And Now, Scouting Must Decide
You’ve heard, I take it, that the Boy Scouts of America are considering giving up their mandatory ban on homosexual Scoutmasters, instead making it a local option thing. Matthew J. Franck invokes Neuhaus’s Law:
If the Boy Scouts drop the organization’s present position on homosexuality, not only will millions of parents withdraw their sons from the organization, and thousands of pastors will drop their churches’ sponsorship of Scout troops, they will be absolutely right to do so. For it will only be a matter of time before the Boy Scouts of America will pronounce itself in favor of same-sex marriage; will adopt instructional materials, mandatory in all troops, on the compulsory acceptance, by all members and leaders, of homosexual relations as normal and normative; and will move to silence all dissent from the new orthodoxy by boys, parents, troop leaders, and sponsoring organizations. The Scouts, in short, will rapidly become, from the top down, a national pro-gay organization, local control be damned.
Neuhaus’s Law, for those who don’t know, holds that wherever orthodoxy is made optional, it will eventually be outlawed. The Episcopal Church’s evolution on the female clergy issue, and more recently on homosexuality, is a perfect example. What was introduced as an accommodationist measure to promote unity amid diversity, and toleration, eventually became an intolerant orthodoxy. In other words, the forces of Progress appeal to fair-mindedness and charity when they are weak, and when they are strong, insist that to tolerate “bigotry” would be immoral.
If the national Scouting organization gives in on this, it’s game over. That’s how it works. You don’t think so? The New York Times editorial page says that the Scouts are not going far enough:
Sadly, though, the change the organization is contemplating falls far short of the clear and strong renunciation of antigay bigotry that is called for. It said it would no longer “dictate” an antigay policy to local scouting groups, but would let them decide whether to permit participation by openly gay people.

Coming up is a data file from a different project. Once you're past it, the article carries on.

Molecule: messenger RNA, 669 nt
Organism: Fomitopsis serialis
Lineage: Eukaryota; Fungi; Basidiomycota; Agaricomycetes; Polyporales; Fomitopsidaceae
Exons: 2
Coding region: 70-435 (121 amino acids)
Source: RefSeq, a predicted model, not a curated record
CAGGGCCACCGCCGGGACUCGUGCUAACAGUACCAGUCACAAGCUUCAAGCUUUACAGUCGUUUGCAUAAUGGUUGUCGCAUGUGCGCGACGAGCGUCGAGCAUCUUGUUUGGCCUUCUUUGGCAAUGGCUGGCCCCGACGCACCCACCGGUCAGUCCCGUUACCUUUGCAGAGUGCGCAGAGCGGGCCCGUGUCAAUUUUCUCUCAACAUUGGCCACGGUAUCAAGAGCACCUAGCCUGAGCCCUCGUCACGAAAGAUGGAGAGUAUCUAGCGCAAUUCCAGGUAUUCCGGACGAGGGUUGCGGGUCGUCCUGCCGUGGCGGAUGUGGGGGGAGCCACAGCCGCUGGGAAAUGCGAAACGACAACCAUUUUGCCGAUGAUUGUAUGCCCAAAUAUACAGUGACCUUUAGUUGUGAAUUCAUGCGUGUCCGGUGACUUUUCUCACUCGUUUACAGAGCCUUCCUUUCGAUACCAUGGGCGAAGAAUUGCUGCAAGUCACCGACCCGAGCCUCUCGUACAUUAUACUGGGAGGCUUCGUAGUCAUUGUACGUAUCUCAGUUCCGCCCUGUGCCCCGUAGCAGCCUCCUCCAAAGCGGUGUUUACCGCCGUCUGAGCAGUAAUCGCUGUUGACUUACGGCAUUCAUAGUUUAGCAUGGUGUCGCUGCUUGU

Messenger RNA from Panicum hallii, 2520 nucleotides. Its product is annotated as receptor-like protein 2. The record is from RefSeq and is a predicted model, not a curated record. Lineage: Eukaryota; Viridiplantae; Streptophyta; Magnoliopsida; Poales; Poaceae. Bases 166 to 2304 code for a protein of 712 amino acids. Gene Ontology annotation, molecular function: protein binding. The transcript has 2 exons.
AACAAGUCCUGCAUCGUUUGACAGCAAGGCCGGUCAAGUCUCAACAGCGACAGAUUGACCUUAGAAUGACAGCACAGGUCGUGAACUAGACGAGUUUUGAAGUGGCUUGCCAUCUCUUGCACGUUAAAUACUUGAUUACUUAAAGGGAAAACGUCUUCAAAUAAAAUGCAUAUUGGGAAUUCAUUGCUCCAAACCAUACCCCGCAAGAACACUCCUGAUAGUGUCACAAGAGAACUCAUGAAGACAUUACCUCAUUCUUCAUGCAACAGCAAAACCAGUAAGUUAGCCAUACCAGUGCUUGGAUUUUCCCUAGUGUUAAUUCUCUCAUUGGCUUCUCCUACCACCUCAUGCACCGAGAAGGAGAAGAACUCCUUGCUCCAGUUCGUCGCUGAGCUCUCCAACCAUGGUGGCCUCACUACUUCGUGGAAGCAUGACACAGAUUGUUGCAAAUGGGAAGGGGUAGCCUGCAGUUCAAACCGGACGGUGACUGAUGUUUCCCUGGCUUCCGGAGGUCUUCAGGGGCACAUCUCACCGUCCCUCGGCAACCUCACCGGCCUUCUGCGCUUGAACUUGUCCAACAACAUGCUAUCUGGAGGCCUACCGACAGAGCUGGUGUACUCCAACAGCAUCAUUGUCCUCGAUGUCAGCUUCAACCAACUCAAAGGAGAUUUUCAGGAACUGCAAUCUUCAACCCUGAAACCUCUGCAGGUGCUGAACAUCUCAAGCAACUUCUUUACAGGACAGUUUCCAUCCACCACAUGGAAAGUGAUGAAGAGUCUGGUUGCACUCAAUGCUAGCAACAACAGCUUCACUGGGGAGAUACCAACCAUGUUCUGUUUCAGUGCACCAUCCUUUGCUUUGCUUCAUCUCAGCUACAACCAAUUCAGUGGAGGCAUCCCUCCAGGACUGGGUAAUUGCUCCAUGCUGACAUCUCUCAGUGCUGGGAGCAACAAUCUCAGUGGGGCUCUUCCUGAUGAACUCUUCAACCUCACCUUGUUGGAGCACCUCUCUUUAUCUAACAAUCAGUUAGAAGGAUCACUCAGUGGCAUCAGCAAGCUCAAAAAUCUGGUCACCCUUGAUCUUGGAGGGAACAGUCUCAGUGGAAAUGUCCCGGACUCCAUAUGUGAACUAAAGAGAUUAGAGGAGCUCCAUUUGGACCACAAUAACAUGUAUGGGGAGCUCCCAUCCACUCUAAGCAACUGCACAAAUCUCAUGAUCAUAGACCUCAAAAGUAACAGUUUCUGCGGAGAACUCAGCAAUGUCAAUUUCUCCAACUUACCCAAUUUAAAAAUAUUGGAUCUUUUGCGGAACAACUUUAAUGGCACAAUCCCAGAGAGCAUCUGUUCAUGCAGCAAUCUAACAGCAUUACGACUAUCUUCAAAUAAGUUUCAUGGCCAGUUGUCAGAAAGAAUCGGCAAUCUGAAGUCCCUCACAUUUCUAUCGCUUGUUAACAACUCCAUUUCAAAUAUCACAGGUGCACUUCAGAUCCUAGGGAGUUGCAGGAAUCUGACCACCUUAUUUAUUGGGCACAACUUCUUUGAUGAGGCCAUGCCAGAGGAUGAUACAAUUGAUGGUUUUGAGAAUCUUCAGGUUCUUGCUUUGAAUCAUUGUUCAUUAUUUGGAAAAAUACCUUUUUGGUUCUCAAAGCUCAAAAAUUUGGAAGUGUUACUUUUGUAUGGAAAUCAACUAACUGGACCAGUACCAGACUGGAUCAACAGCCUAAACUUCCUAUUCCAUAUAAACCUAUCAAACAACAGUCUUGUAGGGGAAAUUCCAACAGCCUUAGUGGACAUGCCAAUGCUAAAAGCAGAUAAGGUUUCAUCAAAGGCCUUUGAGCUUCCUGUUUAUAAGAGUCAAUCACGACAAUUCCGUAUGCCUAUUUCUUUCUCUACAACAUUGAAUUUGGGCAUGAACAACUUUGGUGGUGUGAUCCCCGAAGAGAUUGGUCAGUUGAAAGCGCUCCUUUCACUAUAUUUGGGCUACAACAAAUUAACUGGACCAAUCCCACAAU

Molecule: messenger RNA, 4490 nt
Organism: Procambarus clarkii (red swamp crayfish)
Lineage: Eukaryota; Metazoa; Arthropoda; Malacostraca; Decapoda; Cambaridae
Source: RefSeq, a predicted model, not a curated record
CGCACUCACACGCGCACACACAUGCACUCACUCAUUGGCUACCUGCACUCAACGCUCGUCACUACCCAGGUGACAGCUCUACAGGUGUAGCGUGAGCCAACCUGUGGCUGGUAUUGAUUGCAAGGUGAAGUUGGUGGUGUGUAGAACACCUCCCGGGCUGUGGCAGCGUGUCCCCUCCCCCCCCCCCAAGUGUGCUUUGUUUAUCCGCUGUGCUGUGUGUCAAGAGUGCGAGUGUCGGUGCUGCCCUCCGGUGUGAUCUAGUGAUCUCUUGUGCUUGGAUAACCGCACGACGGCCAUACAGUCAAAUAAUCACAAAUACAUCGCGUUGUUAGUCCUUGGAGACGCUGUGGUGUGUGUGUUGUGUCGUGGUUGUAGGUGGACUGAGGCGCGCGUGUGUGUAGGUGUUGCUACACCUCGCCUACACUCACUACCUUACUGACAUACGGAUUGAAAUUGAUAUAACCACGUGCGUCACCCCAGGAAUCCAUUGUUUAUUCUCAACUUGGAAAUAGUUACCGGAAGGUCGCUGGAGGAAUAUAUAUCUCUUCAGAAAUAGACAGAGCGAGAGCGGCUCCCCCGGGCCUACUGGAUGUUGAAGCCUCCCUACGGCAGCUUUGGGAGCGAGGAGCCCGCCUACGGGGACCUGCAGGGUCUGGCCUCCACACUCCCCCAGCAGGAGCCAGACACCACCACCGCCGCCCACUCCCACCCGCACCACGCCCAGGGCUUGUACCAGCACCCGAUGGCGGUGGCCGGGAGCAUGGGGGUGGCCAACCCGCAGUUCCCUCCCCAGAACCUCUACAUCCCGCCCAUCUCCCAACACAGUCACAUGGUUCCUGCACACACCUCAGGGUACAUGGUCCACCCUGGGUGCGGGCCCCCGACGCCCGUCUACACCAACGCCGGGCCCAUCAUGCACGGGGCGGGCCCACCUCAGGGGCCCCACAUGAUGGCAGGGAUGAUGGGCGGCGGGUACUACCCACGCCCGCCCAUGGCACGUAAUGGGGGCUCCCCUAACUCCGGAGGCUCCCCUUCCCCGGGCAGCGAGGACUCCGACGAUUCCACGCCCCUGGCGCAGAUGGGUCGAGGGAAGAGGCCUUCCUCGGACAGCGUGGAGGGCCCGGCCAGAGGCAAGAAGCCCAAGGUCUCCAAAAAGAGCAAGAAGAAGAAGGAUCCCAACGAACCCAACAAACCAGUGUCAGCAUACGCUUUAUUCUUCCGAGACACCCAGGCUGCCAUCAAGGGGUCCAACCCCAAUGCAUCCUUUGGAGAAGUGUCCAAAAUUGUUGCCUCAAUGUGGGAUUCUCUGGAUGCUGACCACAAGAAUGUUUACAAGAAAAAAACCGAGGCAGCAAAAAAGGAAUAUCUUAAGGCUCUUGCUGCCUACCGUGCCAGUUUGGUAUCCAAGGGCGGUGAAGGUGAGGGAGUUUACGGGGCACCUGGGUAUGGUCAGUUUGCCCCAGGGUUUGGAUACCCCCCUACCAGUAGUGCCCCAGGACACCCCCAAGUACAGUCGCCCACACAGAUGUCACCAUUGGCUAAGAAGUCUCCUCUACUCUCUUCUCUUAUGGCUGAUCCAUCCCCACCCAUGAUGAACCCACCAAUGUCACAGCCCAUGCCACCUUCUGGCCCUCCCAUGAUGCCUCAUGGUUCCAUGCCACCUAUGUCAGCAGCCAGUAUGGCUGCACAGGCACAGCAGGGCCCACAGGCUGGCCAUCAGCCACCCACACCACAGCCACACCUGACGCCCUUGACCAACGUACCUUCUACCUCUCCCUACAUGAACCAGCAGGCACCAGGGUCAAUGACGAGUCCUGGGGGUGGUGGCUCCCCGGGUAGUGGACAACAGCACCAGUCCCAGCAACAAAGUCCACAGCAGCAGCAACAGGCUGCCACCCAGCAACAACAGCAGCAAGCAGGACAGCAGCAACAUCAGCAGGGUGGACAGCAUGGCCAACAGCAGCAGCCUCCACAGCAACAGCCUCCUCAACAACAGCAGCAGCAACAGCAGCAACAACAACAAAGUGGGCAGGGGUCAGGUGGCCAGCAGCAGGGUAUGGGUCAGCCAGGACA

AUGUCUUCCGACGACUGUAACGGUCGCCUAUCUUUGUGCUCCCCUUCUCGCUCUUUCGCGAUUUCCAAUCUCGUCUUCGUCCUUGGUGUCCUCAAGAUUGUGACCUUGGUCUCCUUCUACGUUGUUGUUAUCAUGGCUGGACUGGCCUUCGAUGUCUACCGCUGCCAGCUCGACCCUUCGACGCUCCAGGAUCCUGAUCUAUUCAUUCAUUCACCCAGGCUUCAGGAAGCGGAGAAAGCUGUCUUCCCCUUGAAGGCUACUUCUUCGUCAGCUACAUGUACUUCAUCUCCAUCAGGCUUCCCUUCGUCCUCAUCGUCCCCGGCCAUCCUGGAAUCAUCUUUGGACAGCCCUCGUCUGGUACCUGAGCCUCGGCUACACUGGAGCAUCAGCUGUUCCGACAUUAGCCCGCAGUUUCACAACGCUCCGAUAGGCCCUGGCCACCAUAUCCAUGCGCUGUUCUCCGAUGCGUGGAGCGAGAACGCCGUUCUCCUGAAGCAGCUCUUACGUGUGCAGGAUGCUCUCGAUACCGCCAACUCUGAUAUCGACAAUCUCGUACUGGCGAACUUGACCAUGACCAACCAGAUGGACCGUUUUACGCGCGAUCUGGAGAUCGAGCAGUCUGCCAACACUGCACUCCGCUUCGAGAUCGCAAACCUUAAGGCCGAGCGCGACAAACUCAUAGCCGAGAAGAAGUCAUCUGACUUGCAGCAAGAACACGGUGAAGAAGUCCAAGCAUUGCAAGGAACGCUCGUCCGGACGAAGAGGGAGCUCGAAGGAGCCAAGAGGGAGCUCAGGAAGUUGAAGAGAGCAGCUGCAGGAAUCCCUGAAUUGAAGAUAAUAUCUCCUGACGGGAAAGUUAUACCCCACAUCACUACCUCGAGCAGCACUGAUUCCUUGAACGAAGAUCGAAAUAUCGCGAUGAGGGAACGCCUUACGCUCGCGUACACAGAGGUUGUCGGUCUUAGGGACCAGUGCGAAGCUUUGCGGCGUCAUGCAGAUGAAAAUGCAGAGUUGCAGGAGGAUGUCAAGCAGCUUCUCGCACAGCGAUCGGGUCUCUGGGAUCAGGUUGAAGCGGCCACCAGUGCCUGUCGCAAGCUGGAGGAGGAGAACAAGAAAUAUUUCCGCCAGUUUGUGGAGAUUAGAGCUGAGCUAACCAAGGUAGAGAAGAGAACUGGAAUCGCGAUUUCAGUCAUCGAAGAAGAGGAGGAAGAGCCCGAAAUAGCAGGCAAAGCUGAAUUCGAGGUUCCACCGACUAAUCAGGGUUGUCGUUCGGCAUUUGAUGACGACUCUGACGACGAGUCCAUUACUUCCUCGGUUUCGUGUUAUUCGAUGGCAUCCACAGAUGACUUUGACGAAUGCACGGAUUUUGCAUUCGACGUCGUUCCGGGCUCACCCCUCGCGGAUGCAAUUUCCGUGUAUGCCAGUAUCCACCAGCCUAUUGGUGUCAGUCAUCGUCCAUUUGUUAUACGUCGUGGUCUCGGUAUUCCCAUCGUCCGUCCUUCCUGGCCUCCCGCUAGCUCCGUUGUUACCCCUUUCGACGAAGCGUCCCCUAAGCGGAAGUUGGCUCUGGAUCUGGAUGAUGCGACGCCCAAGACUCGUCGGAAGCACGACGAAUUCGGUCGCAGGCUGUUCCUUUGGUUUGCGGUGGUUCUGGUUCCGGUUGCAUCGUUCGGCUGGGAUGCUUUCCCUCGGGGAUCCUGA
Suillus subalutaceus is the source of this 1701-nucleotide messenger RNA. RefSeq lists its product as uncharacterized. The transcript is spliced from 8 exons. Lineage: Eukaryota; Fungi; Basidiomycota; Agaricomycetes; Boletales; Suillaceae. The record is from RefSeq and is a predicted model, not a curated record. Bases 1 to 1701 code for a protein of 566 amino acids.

In other words, whether to persist in barring gay youngsters and their families would become a local option: an unprincipled position that would continue to send a message that discrimination is perfectly acceptable even if it is no longer mandatory under national Boy Scouts rules.
Such a partial move should hardly satisfy former donors who have been repelled by the Scouts’ discriminatory ways. And such a stance will not resolve the quandary faced by parents who want the positive experiences that scouting offers but are appalled by antigay bigotry.
The BSA cannot please everybody. If it yields one bit, the Times and everyone else on the liberal side will harass the organization until it expels the heretics in their midst. It will not end until they give up. If that’s the way the Scouts want to go, then, fine. But they will leave many, many conservative Americans behind. They cannot split the difference. Neuhaus’s Law is how it always works in these matters.
UPDATE: Leon J. Podles just added this to the comments thread:
When the Supreme Court decided 5-4 that the Boy Scouts could exclude homosexuals, it was based on the BSA’s contention that the exclusion was part of its core mission.
If the national office announces that the exclusion of homosexuals is not part of its core mission, that defense is rendered invalid, not only for the national office but for all subdivisions and troops.
The national office of the Boy Scouts would never require troops to accept homosexual leaders – it wouldn’t have to. Lawyers will go after any division of the scouts that still excludes gays, and the division will have not have the defense that the exclusion is part of the BSA central mission, not will the local units have the financial and legal resources of the national office.
I disagree with the national office, but I am even more disappointed in their dishonesty in pretending that they are not in effect requiring all troops to accept homosexual leaders, no matter what moral, religious, or practical objections the troop may have.
And all this for the sake of corporate donations.